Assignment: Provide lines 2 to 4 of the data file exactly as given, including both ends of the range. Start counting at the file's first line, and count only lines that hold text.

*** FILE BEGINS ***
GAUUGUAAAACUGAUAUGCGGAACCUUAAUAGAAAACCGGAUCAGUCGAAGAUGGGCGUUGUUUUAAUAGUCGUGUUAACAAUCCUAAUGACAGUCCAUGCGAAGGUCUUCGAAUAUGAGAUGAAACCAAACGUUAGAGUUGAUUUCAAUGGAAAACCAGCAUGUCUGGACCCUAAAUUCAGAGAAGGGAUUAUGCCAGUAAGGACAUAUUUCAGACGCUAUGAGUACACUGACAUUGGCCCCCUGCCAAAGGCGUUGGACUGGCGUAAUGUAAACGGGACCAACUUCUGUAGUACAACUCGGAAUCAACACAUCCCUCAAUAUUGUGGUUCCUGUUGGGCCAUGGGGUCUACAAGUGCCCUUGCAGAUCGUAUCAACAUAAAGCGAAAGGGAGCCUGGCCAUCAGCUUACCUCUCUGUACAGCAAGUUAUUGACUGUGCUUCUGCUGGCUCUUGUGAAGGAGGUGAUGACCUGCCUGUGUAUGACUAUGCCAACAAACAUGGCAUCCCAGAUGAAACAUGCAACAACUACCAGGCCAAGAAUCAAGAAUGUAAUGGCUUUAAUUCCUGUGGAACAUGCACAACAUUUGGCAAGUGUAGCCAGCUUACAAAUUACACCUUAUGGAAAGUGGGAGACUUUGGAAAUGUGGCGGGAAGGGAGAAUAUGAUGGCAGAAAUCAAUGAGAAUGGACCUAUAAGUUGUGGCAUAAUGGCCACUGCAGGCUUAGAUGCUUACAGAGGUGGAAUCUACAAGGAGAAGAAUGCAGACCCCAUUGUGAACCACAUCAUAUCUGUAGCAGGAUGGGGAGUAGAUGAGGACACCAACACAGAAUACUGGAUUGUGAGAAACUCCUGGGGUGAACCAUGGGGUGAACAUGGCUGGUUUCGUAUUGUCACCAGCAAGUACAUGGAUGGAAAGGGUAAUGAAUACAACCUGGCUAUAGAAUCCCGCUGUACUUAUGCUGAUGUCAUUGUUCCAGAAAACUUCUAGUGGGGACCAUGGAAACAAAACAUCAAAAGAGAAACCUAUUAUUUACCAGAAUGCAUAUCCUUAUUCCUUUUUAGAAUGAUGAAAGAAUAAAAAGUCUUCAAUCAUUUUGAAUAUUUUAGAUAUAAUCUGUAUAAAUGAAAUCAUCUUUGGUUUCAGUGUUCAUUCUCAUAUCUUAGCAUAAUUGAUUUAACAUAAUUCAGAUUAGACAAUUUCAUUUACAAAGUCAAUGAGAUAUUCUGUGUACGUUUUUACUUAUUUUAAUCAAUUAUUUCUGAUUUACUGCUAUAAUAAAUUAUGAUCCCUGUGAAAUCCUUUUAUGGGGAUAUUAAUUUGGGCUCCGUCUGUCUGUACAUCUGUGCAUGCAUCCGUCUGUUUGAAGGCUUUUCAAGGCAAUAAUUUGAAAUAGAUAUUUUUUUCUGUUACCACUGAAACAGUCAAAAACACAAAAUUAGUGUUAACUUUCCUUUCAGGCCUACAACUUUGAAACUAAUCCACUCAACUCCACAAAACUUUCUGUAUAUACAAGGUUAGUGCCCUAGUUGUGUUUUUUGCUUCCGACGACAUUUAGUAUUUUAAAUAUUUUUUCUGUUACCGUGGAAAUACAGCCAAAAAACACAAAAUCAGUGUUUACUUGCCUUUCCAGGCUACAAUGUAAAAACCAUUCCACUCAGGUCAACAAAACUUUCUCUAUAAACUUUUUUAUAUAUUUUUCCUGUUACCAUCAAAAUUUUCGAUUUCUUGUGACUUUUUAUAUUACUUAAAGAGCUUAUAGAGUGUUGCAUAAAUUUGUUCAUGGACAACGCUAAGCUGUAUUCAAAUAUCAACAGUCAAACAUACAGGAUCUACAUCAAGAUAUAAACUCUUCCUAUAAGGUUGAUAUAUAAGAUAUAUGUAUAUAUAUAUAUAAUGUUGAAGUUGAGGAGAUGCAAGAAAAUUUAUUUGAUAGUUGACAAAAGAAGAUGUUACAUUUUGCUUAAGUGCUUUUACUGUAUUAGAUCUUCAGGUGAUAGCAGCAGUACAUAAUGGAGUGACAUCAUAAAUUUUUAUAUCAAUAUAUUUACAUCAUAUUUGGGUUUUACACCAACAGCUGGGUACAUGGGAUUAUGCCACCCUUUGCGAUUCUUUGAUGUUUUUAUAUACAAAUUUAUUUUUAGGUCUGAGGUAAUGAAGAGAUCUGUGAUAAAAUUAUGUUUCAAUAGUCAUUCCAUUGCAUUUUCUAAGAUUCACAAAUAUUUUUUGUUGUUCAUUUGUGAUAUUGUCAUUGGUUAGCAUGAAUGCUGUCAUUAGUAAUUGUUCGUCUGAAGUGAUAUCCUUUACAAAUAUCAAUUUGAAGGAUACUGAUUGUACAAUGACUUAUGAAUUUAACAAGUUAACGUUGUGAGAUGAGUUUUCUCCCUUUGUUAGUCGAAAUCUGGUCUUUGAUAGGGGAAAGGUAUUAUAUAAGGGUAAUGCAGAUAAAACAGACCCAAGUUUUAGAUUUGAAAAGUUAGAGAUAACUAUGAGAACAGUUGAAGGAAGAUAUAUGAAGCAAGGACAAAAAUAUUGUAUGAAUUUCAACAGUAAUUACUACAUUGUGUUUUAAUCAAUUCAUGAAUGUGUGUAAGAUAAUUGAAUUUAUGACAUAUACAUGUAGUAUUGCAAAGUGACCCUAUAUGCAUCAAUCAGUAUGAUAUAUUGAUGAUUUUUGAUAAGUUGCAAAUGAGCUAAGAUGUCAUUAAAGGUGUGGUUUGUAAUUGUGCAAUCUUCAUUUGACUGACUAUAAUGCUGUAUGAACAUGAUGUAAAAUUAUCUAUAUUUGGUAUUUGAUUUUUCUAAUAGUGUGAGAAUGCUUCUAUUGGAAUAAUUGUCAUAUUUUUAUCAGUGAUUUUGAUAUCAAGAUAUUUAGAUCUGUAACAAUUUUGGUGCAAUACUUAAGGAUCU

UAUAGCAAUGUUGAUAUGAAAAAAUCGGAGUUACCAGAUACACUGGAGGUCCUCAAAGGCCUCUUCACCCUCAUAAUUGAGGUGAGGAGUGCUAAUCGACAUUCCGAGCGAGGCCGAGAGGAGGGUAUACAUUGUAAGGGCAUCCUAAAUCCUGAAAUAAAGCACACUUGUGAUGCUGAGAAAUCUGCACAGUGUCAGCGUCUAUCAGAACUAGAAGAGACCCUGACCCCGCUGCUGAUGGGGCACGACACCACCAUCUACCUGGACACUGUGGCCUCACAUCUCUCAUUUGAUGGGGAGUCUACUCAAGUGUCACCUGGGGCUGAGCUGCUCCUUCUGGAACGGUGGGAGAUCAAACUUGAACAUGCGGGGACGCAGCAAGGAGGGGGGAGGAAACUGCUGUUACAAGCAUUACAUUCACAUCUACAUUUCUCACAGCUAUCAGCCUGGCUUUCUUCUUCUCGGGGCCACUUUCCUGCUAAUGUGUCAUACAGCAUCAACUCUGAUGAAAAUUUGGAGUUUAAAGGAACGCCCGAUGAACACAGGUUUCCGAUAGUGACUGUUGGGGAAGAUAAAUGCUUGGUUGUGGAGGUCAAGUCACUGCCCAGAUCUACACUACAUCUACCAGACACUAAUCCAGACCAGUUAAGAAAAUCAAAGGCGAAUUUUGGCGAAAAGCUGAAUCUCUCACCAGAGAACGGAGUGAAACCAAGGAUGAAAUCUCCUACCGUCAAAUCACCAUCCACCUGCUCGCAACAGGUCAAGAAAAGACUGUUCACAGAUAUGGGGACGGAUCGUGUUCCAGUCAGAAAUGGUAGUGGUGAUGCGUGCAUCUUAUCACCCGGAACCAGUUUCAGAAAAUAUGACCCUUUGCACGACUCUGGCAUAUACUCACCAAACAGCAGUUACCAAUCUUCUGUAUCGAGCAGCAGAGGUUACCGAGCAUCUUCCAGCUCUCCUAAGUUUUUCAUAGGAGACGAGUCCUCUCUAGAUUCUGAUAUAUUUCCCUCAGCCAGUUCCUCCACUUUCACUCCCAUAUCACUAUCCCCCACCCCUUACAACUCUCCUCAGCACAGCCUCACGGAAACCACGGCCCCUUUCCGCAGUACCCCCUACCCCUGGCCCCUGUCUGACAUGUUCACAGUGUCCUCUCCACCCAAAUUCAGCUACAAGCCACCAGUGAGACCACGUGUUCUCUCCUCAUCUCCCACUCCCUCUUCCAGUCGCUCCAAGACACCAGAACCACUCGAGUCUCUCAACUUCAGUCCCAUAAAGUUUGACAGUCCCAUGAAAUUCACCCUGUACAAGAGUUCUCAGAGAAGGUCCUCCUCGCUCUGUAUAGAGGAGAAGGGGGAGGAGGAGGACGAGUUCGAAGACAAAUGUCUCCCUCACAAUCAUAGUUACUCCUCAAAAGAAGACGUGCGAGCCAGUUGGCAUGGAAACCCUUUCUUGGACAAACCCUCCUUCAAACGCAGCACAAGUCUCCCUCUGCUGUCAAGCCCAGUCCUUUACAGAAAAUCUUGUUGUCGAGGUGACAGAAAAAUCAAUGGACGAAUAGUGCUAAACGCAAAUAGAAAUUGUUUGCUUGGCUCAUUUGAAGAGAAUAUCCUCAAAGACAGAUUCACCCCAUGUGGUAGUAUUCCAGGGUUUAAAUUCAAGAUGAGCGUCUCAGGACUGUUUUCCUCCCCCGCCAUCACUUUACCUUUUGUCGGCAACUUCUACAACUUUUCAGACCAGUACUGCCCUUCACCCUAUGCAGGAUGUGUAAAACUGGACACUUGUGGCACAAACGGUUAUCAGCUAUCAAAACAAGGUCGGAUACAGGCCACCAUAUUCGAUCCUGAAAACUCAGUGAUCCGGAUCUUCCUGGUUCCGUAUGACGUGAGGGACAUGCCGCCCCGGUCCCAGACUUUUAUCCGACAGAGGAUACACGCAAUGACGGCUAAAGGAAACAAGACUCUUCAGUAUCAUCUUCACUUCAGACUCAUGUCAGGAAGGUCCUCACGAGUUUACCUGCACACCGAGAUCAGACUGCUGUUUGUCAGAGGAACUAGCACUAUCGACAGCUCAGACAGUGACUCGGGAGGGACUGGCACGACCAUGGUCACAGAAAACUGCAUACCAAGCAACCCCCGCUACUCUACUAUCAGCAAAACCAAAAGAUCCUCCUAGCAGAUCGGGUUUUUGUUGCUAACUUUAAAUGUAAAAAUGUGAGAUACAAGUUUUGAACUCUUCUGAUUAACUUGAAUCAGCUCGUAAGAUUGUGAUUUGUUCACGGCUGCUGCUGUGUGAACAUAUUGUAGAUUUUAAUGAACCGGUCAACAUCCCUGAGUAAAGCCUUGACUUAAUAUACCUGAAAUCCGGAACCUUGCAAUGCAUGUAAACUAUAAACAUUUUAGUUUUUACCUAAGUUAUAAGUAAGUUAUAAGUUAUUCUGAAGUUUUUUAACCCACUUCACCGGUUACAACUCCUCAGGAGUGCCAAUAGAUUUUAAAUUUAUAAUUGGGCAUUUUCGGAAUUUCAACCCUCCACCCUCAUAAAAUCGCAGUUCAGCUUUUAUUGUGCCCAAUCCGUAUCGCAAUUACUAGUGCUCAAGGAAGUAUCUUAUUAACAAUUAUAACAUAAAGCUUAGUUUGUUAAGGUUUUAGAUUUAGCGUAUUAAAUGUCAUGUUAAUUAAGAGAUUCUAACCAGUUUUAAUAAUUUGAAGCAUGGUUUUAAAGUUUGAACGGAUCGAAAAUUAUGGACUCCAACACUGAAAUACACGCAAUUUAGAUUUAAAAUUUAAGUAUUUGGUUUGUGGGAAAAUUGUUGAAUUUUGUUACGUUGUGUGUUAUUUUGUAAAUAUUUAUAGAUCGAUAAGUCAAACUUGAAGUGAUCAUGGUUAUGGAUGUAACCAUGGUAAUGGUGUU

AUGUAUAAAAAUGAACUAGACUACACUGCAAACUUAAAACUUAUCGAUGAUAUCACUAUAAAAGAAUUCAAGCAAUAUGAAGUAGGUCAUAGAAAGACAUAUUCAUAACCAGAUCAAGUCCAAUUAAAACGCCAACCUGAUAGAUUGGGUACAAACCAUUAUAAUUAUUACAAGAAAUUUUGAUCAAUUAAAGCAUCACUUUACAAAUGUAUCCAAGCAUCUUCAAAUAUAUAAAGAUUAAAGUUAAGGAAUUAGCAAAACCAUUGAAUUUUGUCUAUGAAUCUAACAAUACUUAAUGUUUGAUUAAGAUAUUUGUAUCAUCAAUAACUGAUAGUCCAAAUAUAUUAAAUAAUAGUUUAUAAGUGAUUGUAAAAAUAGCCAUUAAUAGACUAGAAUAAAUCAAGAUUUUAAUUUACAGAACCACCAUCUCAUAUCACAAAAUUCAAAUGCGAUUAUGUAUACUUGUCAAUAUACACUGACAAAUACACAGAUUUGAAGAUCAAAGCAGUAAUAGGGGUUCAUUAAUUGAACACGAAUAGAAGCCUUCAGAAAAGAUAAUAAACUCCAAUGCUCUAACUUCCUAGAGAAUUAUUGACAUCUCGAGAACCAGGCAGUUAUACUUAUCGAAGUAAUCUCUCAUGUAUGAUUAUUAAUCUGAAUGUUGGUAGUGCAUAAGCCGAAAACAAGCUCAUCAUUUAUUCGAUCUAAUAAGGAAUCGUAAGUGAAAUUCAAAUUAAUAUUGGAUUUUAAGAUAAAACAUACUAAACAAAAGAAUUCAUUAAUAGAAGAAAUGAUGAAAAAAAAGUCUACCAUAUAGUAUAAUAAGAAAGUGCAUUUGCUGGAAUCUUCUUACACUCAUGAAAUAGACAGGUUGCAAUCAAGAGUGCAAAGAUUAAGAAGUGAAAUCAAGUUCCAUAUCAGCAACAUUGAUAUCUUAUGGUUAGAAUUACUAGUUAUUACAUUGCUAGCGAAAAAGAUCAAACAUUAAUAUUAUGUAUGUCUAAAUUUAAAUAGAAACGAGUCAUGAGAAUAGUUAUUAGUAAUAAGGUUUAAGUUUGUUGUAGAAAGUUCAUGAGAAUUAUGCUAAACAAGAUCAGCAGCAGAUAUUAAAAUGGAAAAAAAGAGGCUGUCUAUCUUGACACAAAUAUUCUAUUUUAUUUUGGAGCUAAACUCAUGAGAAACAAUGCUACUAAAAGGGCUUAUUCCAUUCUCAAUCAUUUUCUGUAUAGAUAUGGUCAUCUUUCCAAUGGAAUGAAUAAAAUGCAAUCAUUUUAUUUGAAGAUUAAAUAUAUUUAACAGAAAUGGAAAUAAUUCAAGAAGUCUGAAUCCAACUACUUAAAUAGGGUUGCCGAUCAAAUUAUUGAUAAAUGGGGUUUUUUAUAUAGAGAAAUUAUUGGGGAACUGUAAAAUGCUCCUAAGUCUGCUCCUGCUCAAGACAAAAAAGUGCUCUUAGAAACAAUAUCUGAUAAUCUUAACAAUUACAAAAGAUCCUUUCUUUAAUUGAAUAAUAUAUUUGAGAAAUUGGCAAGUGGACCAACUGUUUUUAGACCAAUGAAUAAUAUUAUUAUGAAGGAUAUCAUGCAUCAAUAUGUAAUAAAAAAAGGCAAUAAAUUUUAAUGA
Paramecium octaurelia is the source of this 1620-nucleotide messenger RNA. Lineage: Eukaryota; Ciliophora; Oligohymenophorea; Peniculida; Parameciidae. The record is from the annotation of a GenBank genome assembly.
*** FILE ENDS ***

UAUAGCAAUGUUGAUAUGAAAAAAUCGGAGUUACCAGAUACACUGGAGGUCCUCAAAGGCCUCUUCACCCUCAUAAUUGAGGUGAGGAGUGCUAAUCGACAUUCCGAGCGAGGCCGAGAGGAGGGUAUACAUUGUAAGGGCAUCCUAAAUCCUGAAAUAAAGCACACUUGUGAUGCUGAGAAAUCUGCACAGUGUCAGCGUCUAUCAGAACUAGAAGAGACCCUGACCCCGCUGCUGAUGGGGCACGACACCACCAUCUACCUGGACACUGUGGCCUCACAUCUCUCAUUUGAUGGGGAGUCUACUCAAGUGUCACCUGGGGCUGAGCUGCUCCUUCUGGAACGGUGGGAGAUCAAACUUGAACAUGCGGGGACGCAGCAAGGAGGGGGGAGGAAACUGCUGUUACAAGCAUUACAUUCACAUCUACAUUUCUCACAGCUAUCAGCCUGGCUUUCUUCUUCUCGGGGCCACUUUCCUGCUAAUGUGUCAUACAGCAUCAACUCUGAUGAAAAUUUGGAGUUUAAAGGAACGCCCGAUGAACACAGGUUUCCGAUAGUGACUGUUGGGGAAGAUAAAUGCUUGGUUGUGGAGGUCAAGUCACUGCCCAGAUCUACACUACAUCUACCAGACACUAAUCCAGACCAGUUAAGAAAAUCAAAGGCGAAUUUUGGCGAAAAGCUGAAUCUCUCACCAGAGAACGGAGUGAAACCAAGGAUGAAAUCUCCUACCGUCAAAUCACCAUCCACCUGCUCGCAACAGGUCAAGAAAAGACUGUUCACAGAUAUGGGGACGGAUCGUGUUCCAGUCAGAAAUGGUAGUGGUGAUGCGUGCAUCUUAUCACCCGGAACCAGUUUCAGAAAAUAUGACCCUUUGCACGACUCUGGCAUAUACUCACCAAACAGCAGUUACCAAUCUUCUGUAUCGAGCAGCAGAGGUUACCGAGCAUCUUCCAGCUCUCCUAAGUUUUUCAUAGGAGACGAGUCCUCUCUAGAUUCUGAUAUAUUUCCCUCAGCCAGUUCCUCCACUUUCACUCCCAUAUCACUAUCCCCCACCCCUUACAACUCUCCUCAGCACAGCCUCACGGAAACCACGGCCCCUUUCCGCAGUACCCCCUACCCCUGGCCCCUGUCUGACAUGUUCACAGUGUCCUCUCCACCCAAAUUCAGCUACAAGCCACCAGUGAGACCACGUGUUCUCUCCUCAUCUCCCACUCCCUCUUCCAGUCGCUCCAAGACACCAGAACCACUCGAGUCUCUCAACUUCAGUCCCAUAAAGUUUGACAGUCCCAUGAAAUUCACCCUGUACAAGAGUUCUCAGAGAAGGUCCUCCUCGCUCUGUAUAGAGGAGAAGGGGGAGGAGGAGGACGAGUUCGAAGACAAAUGUCUCCCUCACAAUCAUAGUUACUCCUCAAAAGAAGACGUGCGAGCCAGUUGGCAUGGAAACCCUUUCUUGGACAAACCCUCCUUCAAACGCAGCACAAGUCUCCCUCUGCUGUCAAGCCCAGUCCUUUACAGAAAAUCUUGUUGUCGAGGUGACAGAAAAAUCAAUGGACGAAUAGUGCUAAACGCAAAUAGAAAUUGUUUGCUUGGCUCAUUUGAAGAGAAUAUCCUCAAAGACAGAUUCACCCCAUGUGGUAGUAUUCCAGGGUUUAAAUUCAAGAUGAGCGUCUCAGGACUGUUUUCCUCCCCCGCCAUCACUUUACCUUUUGUCGGCAACUUCUACAACUUUUCAGACCAGUACUGCCCUUCACCCUAUGCAGGAUGUGUAAAACUGGACACUUGUGGCACAAACGGUUAUCAGCUAUCAAAACAAGGUCGGAUACAGGCCACCAUAUUCGAUCCUGAAAACUCAGUGAUCCGGAUCUUCCUGGUUCCGUAUGACGUGAGGGACAUGCCGCCCCGGUCCCAGACUUUUAUCCGACAGAGGAUACACGCAAUGACGGCUAAAGGAAACAAGACUCUUCAGUAUCAUCUUCACUUCAGACUCAUGUCAGGAAGGUCCUCACGAGUUUACCUGCACACCGAGAUCAGACUGCUGUUUGUCAGAGGAACUAGCACUAUCGACAGCUCAGACAGUGACUCGGGAGGGACUGGCACGACCAUGGUCACAGAAAACUGCAUACCAAGCAACCCCCGCUACUCUACUAUCAGCAAAACCAAAAGAUCCUCCUAGCAGAUCGGGUUUUUGUUGCUAACUUUAAAUGUAAAAAUGUGAGAUACAAGUUUUGAACUCUUCUGAUUAACUUGAAUCAGCUCGUAAGAUUGUGAUUUGUUCACGGCUGCUGCUGUGUGAACAUAUUGUAGAUUUUAAUGAACCGGUCAACAUCCCUGAGUAAAGCCUUGACUUAAUAUACCUGAAAUCCGGAACCUUGCAAUGCAUGUAAACUAUAAACAUUUUAGUUUUUACCUAAGUUAUAAGUAAGUUAUAAGUUAUUCUGAAGUUUUUUAACCCACUUCACCGGUUACAACUCCUCAGGAGUGCCAAUAGAUUUUAAAUUUAUAAUUGGGCAUUUUCGGAAUUUCAACCCUCCACCCUCAUAAAAUCGCAGUUCAGCUUUUAUUGUGCCCAAUCCGUAUCGCAAUUACUAGUGCUCAAGGAAGUAUCUUAUUAACAAUUAUAACAUAAAGCUUAGUUUGUUAAGGUUUUAGAUUUAGCGUAUUAAAUGUCAUGUUAAUUAAGAGAUUCUAACCAGUUUUAAUAAUUUGAAGCAUGGUUUUAAAGUUUGAACGGAUCGAAAAUUAUGGACUCCAACACUGAAAUACACGCAAUUUAGAUUUAAAAUUUAAGUAUUUGGUUUGUGGGAAAAUUGUUGAAUUUUGUUACGUUGUGUGUUAUUUUGUAAAUAUUUAUAGAUCGAUAAGUCAAACUUGAAGUGAUCAUGGUUAUGGAUGUAACCAUGGUAAUGGUGUU

AUGUAUAAAAAUGAACUAGACUACACUGCAAACUUAAAACUUAUCGAUGAUAUCACUAUAAAAGAAUUCAAGCAAUAUGAAGUAGGUCAUAGAAAGACAUAUUCAUAACCAGAUCAAGUCCAAUUAAAACGCCAACCUGAUAGAUUGGGUACAAACCAUUAUAAUUAUUACAAGAAAUUUUGAUCAAUUAAAGCAUCACUUUACAAAUGUAUCCAAGCAUCUUCAAAUAUAUAAAGAUUAAAGUUAAGGAAUUAGCAAAACCAUUGAAUUUUGUCUAUGAAUCUAACAAUACUUAAUGUUUGAUUAAGAUAUUUGUAUCAUCAAUAACUGAUAGUCCAAAUAUAUUAAAUAAUAGUUUAUAAGUGAUUGUAAAAAUAGCCAUUAAUAGACUAGAAUAAAUCAAGAUUUUAAUUUACAGAACCACCAUCUCAUAUCACAAAAUUCAAAUGCGAUUAUGUAUACUUGUCAAUAUACACUGACAAAUACACAGAUUUGAAGAUCAAAGCAGUAAUAGGGGUUCAUUAAUUGAACACGAAUAGAAGCCUUCAGAAAAGAUAAUAAACUCCAAUGCUCUAACUUCCUAGAGAAUUAUUGACAUCUCGAGAACCAGGCAGUUAUACUUAUCGAAGUAAUCUCUCAUGUAUGAUUAUUAAUCUGAAUGUUGGUAGUGCAUAAGCCGAAAACAAGCUCAUCAUUUAUUCGAUCUAAUAAGGAAUCGUAAGUGAAAUUCAAAUUAAUAUUGGAUUUUAAGAUAAAACAUACUAAACAAAAGAAUUCAUUAAUAGAAGAAAUGAUGAAAAAAAAGUCUACCAUAUAGUAUAAUAAGAAAGUGCAUUUGCUGGAAUCUUCUUACACUCAUGAAAUAGACAGGUUGCAAUCAAGAGUGCAAAGAUUAAGAAGUGAAAUCAAGUUCCAUAUCAGCAACAUUGAUAUCUUAUGGUUAGAAUUACUAGUUAUUACAUUGCUAGCGAAAAAGAUCAAACAUUAAUAUUAUGUAUGUCUAAAUUUAAAUAGAAACGAGUCAUGAGAAUAGUUAUUAGUAAUAAGGUUUAAGUUUGUUGUAGAAAGUUCAUGAGAAUUAUGCUAAACAAGAUCAGCAGCAGAUAUUAAAAUGGAAAAAAAGAGGCUGUCUAUCUUGACACAAAUAUUCUAUUUUAUUUUGGAGCUAAACUCAUGAGAAACAAUGCUACUAAAAGGGCUUAUUCCAUUCUCAAUCAUUUUCUGUAUAGAUAUGGUCAUCUUUCCAAUGGAAUGAAUAAAAUGCAAUCAUUUUAUUUGAAGAUUAAAUAUAUUUAACAGAAAUGGAAAUAAUUCAAGAAGUCUGAAUCCAACUACUUAAAUAGGGUUGCCGAUCAAAUUAUUGAUAAAUGGGGUUUUUUAUAUAGAGAAAUUAUUGGGGAACUGUAAAAUGCUCCUAAGUCUGCUCCUGCUCAAGACAAAAAAGUGCUCUUAGAAACAAUAUCUGAUAAUCUUAACAAUUACAAAAGAUCCUUUCUUUAAUUGAAUAAUAUAUUUGAGAAAUUGGCAAGUGGACCAACUGUUUUUAGACCAAUGAAUAAUAUUAUUAUGAAGGAUAUCAUGCAUCAAUAUGUAAUAAAAAAAGGCAAUAAAUUUUAAUGA
Paramecium octaurelia is the source of this 1620-nucleotide messenger RNA. Lineage: Eukaryota; Ciliophora; Oligohymenophorea; Peniculida; Parameciidae. The record is from the annotation of a GenBank genome assembly.